OTTAWA — Warrant Officer James Topp says he does not believe people would have paid attention if he had not donned his uniform to publicly oppose the Canadian military’s vaccine requirements.
That decision to speak out while in uniform is ultimately at the heart of the military’s case against the army reservist, who has become a symbol of sorts for Canadians opposed to COVID-19 vaccines, the mandates to get them and perceived government overreach.
In an interview with The Canadian Press, Topp said he intentionally wore his military uniform to raise awareness about soldiers, sailors and aviators being forced out of the Canadian Armed Forces for refusing to get vaccinatedagainst COVID-19.
“I wanted to make sure that there were people out there who came to the awareness of what is actually happening within the Armed Forces,” Topp said Wednesday.
“That there are folks being released … because they are not complying with this policy, because they think the policy is wrong.”
Topp was charged by his chain of command in February with two counts of conduct to the prejudice of good order and discipline. It is a broad charge under the National Defence Act designed to enforce discipline in the ranks.
A copy of the charge sheet says one of the charges relates specifically to a video posted to TikTok, in which the army reservist criticized vaccine requirements for military personnel and other federal employees. He was wearing his uniform.
The second charge deals with similar criticisms that Topp made in Surrey, B.C., around the same time, also while in uniform. A professional-looking video of those comments was later published on social media.
Topp now faces a court martial. A conviction could bring a range of potential penalties, including dismissal from the military with disgrace and two years less a day in prison.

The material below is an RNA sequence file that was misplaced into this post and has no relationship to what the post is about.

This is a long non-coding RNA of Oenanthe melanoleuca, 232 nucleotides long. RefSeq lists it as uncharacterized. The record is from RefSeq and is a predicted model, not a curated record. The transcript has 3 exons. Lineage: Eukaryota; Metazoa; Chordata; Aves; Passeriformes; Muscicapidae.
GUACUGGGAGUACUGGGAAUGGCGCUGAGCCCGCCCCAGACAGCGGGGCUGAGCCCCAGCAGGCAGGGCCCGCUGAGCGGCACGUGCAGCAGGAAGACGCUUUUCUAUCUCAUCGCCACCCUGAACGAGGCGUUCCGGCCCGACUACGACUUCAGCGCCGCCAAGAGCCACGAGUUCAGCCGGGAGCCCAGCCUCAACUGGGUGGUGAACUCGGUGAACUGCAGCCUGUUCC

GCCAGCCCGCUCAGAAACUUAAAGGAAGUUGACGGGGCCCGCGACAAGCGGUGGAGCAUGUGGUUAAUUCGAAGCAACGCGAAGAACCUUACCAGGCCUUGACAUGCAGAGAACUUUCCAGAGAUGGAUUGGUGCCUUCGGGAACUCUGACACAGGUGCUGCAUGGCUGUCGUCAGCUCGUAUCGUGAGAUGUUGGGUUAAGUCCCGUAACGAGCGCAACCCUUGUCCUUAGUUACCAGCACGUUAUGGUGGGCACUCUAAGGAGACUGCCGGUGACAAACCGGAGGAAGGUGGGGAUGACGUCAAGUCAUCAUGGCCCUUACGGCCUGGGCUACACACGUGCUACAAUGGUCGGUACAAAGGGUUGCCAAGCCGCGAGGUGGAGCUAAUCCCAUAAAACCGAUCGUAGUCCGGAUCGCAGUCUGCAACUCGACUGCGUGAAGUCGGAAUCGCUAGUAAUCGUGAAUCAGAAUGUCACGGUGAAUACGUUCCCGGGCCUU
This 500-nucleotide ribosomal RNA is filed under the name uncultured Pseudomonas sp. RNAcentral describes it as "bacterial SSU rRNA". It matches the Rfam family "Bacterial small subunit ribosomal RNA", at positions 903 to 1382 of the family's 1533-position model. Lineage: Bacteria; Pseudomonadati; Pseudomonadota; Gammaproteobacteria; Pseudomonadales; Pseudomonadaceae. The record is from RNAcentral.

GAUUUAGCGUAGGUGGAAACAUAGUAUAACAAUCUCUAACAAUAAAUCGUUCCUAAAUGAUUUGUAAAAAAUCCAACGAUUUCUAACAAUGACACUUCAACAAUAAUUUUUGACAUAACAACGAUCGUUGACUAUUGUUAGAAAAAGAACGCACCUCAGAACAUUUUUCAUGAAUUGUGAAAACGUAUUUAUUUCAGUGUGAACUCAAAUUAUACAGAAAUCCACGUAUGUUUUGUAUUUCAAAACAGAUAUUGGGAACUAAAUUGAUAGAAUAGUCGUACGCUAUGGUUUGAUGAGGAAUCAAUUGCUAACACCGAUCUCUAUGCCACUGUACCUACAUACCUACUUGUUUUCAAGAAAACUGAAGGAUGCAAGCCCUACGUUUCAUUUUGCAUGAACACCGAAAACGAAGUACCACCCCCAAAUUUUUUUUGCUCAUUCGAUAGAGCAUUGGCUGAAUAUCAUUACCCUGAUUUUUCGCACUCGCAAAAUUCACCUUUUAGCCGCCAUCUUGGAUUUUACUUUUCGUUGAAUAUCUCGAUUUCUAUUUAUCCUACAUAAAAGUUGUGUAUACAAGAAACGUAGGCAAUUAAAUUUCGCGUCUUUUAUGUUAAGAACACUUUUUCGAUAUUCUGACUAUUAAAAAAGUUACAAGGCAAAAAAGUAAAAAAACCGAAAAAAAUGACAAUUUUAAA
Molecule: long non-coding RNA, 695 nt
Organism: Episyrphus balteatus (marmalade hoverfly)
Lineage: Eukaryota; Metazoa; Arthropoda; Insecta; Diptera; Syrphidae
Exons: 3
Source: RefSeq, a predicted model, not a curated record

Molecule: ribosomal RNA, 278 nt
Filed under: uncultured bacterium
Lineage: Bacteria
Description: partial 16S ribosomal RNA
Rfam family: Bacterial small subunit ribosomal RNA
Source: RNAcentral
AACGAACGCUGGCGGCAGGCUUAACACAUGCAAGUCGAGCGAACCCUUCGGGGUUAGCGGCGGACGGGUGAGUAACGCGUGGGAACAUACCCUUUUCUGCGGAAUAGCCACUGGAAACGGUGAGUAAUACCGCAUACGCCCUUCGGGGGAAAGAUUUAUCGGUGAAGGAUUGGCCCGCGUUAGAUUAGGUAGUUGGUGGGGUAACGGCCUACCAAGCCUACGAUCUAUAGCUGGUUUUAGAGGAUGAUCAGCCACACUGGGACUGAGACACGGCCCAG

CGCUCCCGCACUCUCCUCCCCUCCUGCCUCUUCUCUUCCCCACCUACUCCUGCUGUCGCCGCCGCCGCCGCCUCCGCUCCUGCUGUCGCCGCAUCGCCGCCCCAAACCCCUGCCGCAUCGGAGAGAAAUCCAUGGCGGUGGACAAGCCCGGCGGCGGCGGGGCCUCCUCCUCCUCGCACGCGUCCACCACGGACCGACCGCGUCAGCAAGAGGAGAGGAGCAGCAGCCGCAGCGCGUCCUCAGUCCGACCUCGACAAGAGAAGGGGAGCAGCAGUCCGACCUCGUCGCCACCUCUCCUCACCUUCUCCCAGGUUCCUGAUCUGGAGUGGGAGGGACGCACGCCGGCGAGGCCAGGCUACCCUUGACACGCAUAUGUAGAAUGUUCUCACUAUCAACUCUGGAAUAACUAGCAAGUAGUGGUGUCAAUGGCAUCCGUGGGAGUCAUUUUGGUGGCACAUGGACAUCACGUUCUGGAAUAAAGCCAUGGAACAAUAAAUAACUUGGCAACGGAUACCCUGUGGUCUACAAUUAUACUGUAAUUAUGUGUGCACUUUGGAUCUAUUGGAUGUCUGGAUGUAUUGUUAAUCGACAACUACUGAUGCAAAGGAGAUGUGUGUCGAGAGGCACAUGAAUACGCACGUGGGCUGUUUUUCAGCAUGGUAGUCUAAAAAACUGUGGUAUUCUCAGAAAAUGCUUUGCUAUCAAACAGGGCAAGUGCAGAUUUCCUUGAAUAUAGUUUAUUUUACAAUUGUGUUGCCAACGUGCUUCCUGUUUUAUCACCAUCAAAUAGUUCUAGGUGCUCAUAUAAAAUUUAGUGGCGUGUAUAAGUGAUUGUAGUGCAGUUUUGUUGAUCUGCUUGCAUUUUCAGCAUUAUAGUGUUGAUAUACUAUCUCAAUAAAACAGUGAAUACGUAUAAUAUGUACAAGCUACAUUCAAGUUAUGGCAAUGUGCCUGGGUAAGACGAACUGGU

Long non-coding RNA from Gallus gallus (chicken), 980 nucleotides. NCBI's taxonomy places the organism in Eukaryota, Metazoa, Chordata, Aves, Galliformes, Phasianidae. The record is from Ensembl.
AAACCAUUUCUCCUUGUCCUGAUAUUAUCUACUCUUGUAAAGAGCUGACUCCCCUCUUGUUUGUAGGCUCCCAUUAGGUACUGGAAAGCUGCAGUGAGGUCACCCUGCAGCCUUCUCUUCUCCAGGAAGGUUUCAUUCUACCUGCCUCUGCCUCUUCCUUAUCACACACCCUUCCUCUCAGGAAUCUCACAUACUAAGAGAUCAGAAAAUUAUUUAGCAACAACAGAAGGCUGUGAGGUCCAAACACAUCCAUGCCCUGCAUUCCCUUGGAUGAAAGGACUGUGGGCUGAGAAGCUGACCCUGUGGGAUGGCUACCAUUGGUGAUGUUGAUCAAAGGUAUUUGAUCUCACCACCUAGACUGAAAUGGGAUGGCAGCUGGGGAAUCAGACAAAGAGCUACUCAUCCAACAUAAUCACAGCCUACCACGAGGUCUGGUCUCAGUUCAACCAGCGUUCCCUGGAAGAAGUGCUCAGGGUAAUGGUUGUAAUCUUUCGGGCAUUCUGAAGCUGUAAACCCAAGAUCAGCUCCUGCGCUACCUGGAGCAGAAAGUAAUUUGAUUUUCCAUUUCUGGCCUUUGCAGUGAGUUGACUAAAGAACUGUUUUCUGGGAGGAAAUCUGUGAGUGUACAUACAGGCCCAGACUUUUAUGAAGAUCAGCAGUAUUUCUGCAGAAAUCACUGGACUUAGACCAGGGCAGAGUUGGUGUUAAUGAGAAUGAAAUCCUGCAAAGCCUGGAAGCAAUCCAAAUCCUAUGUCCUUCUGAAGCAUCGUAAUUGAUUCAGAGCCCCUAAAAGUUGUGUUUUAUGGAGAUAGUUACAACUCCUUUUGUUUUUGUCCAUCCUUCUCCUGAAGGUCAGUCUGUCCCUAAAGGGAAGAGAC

Federal employees, including military members, are expected to have what is described as a “duty of loyalty” toward the government. It includes not criticizing the government while identifying themselves in their current roles.
“They're part of the executive branch, and they're there to implement policies and decisions made by democratically elected officials,” defence analyst Jean-Christophe Boucher of the University of Calgary said of federal employees and military members.
“They're not accountable to the public. And so openly challenging and openly criticizing the government, externally, not internally, becomes an issue of trust, and also an issue of where they stand in the political system.”
He added that opening the door to the type of protest that Topp had would allow military members, who are called upon to put their lives on the line for the country, to “cherry pick the kind of policy that you like and don’t like.”
A website created for Topp's four-month march from Vancouver to Ottawa, which culminated in his arrival at the National War Memorial last week, described his decision to “use the uniform as a tool for spreading awareness” as a “huge move.”
Topp himself acknowledged in his first video in February that he did not have authorization to wear his uniform while speaking out against the vaccine mandates. He also said he took full responsibility for his actions and the consequences.
He defended his decision on Wednesday.